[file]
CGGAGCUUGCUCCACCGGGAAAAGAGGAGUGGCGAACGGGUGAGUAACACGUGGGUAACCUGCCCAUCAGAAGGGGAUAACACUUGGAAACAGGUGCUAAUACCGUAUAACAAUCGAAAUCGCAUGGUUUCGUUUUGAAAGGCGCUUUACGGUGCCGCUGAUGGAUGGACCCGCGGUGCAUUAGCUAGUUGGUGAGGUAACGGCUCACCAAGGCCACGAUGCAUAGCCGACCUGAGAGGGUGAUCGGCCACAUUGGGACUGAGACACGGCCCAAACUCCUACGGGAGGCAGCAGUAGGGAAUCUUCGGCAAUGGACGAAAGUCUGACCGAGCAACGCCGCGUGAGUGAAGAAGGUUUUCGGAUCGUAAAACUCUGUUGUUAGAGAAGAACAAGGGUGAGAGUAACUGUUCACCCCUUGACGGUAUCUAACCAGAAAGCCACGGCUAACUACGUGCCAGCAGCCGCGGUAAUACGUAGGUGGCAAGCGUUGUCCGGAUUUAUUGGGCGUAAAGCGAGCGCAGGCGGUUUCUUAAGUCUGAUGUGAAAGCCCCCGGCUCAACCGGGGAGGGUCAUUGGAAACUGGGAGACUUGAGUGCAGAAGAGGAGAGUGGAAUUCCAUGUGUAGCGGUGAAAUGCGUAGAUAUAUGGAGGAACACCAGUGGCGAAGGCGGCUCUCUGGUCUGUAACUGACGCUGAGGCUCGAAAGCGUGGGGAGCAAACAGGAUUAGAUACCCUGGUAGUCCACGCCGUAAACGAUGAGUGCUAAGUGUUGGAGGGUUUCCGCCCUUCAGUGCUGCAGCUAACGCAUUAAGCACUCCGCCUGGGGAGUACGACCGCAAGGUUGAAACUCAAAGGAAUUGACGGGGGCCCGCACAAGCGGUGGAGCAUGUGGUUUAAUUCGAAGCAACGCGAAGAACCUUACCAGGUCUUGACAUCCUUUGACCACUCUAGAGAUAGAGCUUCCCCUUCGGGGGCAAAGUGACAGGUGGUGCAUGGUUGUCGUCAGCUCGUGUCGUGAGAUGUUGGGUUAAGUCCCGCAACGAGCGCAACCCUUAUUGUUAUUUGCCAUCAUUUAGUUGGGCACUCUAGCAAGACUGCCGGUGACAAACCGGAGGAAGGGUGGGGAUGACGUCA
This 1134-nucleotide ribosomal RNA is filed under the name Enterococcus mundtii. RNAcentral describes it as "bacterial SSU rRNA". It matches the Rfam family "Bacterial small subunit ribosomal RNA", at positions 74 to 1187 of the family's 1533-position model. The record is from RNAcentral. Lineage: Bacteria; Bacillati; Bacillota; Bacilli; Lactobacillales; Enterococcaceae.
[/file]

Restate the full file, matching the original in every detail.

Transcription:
CGGAGCUUGCUCCACCGGGAAAAGAGGAGUGGCGAACGGGUGAGUAACACGUGGGUAACCUGCCCAUCAGAAGGGGAUAACACUUGGAAACAGGUGCUAAUACCGUAUAACAAUCGAAAUCGCAUGGUUUCGUUUUGAAAGGCGCUUUACGGUGCCGCUGAUGGAUGGACCCGCGGUGCAUUAGCUAGUUGGUGAGGUAACGGCUCACCAAGGCCACGAUGCAUAGCCGACCUGAGAGGGUGAUCGGCCACAUUGGGACUGAGACACGGCCCAAACUCCUACGGGAGGCAGCAGUAGGGAAUCUUCGGCAAUGGACGAAAGUCUGACCGAGCAACGCCGCGUGAGUGAAGAAGGUUUUCGGAUCGUAAAACUCUGUUGUUAGAGAAGAACAAGGGUGAGAGUAACUGUUCACCCCUUGACGGUAUCUAACCAGAAAGCCACGGCUAACUACGUGCCAGCAGCCGCGGUAAUACGUAGGUGGCAAGCGUUGUCCGGAUUUAUUGGGCGUAAAGCGAGCGCAGGCGGUUUCUUAAGUCUGAUGUGAAAGCCCCCGGCUCAACCGGGGAGGGUCAUUGGAAACUGGGAGACUUGAGUGCAGAAGAGGAGAGUGGAAUUCCAUGUGUAGCGGUGAAAUGCGUAGAUAUAUGGAGGAACACCAGUGGCGAAGGCGGCUCUCUGGUCUGUAACUGACGCUGAGGCUCGAAAGCGUGGGGAGCAAACAGGAUUAGAUACCCUGGUAGUCCACGCCGUAAACGAUGAGUGCUAAGUGUUGGAGGGUUUCCGCCCUUCAGUGCUGCAGCUAACGCAUUAAGCACUCCGCCUGGGGAGUACGACCGCAAGGUUGAAACUCAAAGGAAUUGACGGGGGCCCGCACAAGCGGUGGAGCAUGUGGUUUAAUUCGAAGCAACGCGAAGAACCUUACCAGGUCUUGACAUCCUUUGACCACUCUAGAGAUAGAGCUUCCCCUUCGGGGGCAAAGUGACAGGUGGUGCAUGGUUGUCGUCAGCUCGUGUCGUGAGAUGUUGGGUUAAGUCCCGCAACGAGCGCAACCCUUAUUGUUAUUUGCCAUCAUUUAGUUGGGCACUCUAGCAAGACUGCCGGUGACAAACCGGAGGAAGGGUGGGGAUGACGUCA
This 1134-nucleotide ribosomal RNA is filed under the name Enterococcus mundtii. RNAcentral describes it as "bacterial SSU rRNA". It matches the Rfam family "Bacterial small subunit ribosomal RNA", at positions 74 to 1187 of the family's 1533-position model. The record is from RNAcentral. Lineage: Bacteria; Bacillati; Bacillota; Bacilli; Lactobacillales; Enterococcaceae.